Lori rolled her eyes, and everyone jumped as George’s hand slapped the wooden table. All eyes looked in George’s direction, and he responded with his voice raised. “Really? That’s your excuse? Your team had to run this code to test their part of the software. Why didn’t you catch this bug during your testing?”

“Wasn’t it your team that wrote the bug?” Hank asked George.

Denise jumped in. “Hank, in case you’ve forgotten, we’re a team. Our success depends on everyone backing each other up. If you’ve forgotten that maybe it’s time you start considering other options.”

There it is, thought Hank. They’re hoping I’ll hang myself. I can’t let this happen. I have a family to support. Maybe it’s time to start pushing back on some people.

“Denise, I’ve been in my job longer than anyone else at this table, including you. I’m well aware we are a team, and you’re right, my team should have caught this bug.”

George piped in, “Good, I’m glad you see it our way.”

Hank pointed his index finger at George, and said, “One moment, I wasn’t finished. If my team had been involved, we would’ve caught this problem. I talked with my lead developer, and it turns out George’s team made some changes that were sent to the clients without first being tested by our team.”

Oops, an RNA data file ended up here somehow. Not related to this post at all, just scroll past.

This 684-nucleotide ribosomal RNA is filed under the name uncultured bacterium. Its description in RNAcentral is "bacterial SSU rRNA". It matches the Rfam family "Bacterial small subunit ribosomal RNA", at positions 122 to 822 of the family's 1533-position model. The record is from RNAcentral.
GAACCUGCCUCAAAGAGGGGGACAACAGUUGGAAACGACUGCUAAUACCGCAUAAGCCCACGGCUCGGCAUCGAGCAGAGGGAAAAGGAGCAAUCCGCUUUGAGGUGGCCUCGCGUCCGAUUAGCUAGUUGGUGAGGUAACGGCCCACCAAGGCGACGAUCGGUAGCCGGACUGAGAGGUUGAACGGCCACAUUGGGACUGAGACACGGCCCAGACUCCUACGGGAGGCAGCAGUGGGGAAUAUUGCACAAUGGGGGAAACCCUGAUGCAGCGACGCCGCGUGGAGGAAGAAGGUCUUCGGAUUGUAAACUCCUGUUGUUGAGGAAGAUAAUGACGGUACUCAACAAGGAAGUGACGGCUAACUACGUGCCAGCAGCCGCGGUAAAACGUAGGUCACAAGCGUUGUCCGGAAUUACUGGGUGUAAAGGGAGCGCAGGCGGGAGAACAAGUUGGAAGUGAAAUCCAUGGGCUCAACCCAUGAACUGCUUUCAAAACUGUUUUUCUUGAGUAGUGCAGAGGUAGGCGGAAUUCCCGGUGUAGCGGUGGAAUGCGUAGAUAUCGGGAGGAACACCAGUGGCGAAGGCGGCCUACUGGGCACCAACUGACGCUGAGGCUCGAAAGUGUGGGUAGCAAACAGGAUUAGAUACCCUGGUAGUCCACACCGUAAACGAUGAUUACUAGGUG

Denise clasped her hands together and rested them under her chin. Her eyes shot over to George. Everyone else, including Hank, crossed their arms and glared at George. “Well?” asked Denise.

George stammered. Fear filled his eyes, and he absent-mindedly reached down and fiddled with his pen. The right corner of Hank’s lip curled up despite his best effort. He had saved himself and his team. Now it was George’s turn to sweat in their little blame game.